I grew up in Maine, in the northeast corner of New England. As a whole, Mainers pride themselves on being practical people; intellectual dialogue, democratic compassion and love of nature abounds. The concept of ‘religion’ is looked at with some skepticism, though the majority would consider themselves spiritual in some way.
The people are smart and empathetic, and won’t hesitate to offer advise in times of emotional crisis. I came to depend on that insight as as I rode life’s roller coaster of changes. Getting advise from my important people would tip the “decision scale”, and point me off in the right direction.
But somewhere around when I turned 20, the women in my life all decided together (apparently) that I was officially an adult and I had to make my own decisions. The advise changed from, “you should…” or “try this…” to the frustrating new alternative: “Listen to your gut… Your instinct is there for a reason.”
Deep down, I knew this was good thing– they were my decisions to make and I had to make them myself. However, for someone that loved having a girlfriend spell out just what she thought I should do, this did not feel like a positive change. I felt like yelling at them– you’re saying you’re really not going to help me?! Whatever my gut is saying, it’s speaking a different language!!!!
I tried to my very hardest to learn how to listen to my instinct. It took two countries, way too many states and lots of time alone, but I started to hear myself. In case anyone reading doesn’t know how to listen to your gut, here’s a few examples that I’ve learned over the last few years:
- When you ask yourself a question, and your mind immediately comes back with the answer in an inner dialogue. Follow that.
- When you can’t leave the date without breaking up with someone because, good explanation or not… you just can’t leave until it’s done. Follow that.
- When you’ve written the pros and cons list, and you know where the evidence lies… but you can’t picture your life any other than one particular way. Follow that.
When I was 22, I followed my gut out to Wyoming. And then a few years later to Montana. The dominant lifestyle here could not be more different from what I’m used to; Christian, conservative and republican. Wonderful people, by the way. But sometimes when I ask for advise from girlfriends here, I’m still a bit surprised by their answer: “Pray about it… Follow what God is telling you”.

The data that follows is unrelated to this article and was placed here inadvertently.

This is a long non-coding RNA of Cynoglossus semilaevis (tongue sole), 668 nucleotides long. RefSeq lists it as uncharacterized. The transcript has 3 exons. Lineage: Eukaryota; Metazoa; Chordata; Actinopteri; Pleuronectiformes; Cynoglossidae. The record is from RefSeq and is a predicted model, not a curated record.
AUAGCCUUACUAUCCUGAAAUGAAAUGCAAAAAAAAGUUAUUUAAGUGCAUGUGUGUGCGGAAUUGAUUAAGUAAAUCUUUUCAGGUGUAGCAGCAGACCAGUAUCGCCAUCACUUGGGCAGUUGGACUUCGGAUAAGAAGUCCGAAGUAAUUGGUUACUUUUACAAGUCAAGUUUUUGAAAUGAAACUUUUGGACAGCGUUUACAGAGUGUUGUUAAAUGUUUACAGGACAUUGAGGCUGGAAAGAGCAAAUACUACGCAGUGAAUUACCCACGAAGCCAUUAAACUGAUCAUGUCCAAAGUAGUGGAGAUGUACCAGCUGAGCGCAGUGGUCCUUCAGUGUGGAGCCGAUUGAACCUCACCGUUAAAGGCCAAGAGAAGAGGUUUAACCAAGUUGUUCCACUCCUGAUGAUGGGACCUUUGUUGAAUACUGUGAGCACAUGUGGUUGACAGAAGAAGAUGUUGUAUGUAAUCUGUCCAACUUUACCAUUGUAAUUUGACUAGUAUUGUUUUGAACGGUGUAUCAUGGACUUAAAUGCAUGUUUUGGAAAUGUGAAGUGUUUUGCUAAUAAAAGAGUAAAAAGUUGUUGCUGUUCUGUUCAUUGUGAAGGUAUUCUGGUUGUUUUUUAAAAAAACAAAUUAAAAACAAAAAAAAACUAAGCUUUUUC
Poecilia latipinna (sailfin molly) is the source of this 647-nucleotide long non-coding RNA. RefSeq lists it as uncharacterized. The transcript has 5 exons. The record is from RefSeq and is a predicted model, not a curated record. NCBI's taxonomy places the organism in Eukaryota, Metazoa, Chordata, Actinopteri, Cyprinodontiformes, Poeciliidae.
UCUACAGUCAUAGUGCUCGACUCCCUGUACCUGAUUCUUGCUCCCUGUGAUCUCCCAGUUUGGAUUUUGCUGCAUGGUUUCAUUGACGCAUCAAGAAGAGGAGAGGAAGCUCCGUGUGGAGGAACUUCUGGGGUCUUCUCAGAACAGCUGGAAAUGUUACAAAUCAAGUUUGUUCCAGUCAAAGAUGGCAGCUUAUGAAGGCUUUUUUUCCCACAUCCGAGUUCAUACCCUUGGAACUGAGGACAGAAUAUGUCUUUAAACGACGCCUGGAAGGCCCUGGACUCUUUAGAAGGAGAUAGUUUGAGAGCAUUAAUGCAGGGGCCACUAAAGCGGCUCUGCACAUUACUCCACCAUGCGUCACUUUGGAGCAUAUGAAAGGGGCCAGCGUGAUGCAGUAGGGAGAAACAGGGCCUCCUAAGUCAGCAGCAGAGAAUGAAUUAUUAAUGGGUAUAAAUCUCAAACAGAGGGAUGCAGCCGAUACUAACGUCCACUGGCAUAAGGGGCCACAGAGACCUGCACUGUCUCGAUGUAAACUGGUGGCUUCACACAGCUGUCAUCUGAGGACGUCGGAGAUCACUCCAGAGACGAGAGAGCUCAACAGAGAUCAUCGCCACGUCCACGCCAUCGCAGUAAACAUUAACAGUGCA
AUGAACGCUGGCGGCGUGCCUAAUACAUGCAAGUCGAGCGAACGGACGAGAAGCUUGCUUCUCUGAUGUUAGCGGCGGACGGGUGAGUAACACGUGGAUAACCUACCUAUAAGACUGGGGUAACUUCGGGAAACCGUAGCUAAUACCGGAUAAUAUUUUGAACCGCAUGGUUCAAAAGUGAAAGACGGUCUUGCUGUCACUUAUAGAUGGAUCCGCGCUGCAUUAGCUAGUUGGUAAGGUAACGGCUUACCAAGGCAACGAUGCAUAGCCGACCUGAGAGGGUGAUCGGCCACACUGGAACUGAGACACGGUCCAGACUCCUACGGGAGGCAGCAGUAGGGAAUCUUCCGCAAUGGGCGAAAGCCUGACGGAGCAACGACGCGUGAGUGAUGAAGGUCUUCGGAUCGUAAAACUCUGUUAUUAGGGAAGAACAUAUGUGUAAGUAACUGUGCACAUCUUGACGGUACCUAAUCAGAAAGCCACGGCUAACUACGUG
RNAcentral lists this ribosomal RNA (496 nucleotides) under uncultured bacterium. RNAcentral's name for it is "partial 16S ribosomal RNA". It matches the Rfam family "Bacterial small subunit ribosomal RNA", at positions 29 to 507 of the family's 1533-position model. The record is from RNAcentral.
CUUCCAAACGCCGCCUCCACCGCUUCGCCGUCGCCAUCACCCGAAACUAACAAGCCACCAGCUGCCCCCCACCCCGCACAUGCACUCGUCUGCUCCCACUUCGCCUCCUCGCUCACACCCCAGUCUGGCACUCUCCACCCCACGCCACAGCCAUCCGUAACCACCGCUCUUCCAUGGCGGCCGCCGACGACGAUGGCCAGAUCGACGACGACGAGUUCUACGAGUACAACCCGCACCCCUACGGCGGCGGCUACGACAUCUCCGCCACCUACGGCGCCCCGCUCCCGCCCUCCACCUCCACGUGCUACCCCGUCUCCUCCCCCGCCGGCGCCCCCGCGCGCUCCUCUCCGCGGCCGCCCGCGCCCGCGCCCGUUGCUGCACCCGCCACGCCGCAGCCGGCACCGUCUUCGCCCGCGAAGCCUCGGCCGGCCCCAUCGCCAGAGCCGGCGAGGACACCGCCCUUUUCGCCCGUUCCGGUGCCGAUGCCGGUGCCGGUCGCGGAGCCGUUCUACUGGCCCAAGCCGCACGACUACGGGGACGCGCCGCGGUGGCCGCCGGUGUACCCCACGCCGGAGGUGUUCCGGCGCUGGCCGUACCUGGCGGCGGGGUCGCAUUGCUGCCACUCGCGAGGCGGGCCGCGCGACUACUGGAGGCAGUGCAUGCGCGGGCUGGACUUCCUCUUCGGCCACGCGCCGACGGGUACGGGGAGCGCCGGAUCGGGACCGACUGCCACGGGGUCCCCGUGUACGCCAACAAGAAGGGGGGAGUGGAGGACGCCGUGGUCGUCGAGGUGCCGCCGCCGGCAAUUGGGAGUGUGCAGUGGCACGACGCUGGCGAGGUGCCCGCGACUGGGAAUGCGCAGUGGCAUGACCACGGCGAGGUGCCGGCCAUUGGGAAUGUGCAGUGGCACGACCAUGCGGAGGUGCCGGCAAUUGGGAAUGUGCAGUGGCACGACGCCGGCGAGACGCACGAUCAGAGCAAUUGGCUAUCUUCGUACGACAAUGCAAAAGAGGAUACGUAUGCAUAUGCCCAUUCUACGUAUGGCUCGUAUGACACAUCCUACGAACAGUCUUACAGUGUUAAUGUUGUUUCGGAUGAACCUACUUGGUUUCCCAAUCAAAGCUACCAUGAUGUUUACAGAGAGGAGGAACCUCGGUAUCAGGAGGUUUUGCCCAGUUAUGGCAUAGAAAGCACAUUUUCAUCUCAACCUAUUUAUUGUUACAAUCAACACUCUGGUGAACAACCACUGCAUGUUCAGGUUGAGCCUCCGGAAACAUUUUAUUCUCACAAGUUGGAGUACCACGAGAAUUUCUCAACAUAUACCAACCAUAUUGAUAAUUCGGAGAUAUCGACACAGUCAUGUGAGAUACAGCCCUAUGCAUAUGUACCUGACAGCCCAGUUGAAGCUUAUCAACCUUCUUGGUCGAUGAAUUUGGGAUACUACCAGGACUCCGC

At first, I struggled with this response, because it was so different than what I was used to. To start, I hadn’t actually sat down and prayed about anything in my life. Like ever. I didn’t know how to go about it or if it would even work.
And even worse, I didn’t know what advise I was waiting for and how to listen. I felt like the only thing I would understand would be if God burst through my door said, “HEY! I know what you should do!” Well, hallelujah, at least You do.
It took me a few years, and a lot of thinking. And a lot of praying. And a lot of hesitating and then leaping. But here’s what I’ve come down to: those two statements, to pray about and follow your gut, are the same thing.
Let me explain. I was raised as a Quaker, which is a very liberal sect of christianity. Quakers believe that God lives inside every person, and inter connects everyone to each other. It’s God that acts as your conscious, helps you make hard decisions, and guides you in creating a life that feels like your own.
So as a Quaker, when you pray, you’re not praying to a God far away up in the sky. In reality, you’re praying to the God that lives in side of you, or, in essence… you’re praying to yourself. These two different pieces of advise, to follow your gut or to pray about, become very similar when you think about praying to God as an inner spirit that talks in your own voice.
When put into that light, the advise “listen to your gut”, sounds a lot more like, “talk to God, and wait to hear an answer. It may very well come in the sound of your own voice”. Or an easier translation: listen to your gut = listen to God.
In the same way, “follow your intuition”, sounds more like “God is pushing you in a particular direction. The tug that you have inside might be you, but it also might be God speaking through you in the only way you can understand. So follow that”.
My point is this: whether you strive to follow your gut or follow God, you are, in essence doing the same thing. You’re striving to live a life that’s your own, to create something that feels like it fits you. Understand that the way people talk can use different words, but be saying the exact same thing.
And either way you put it, it’s still the best advice I ever got.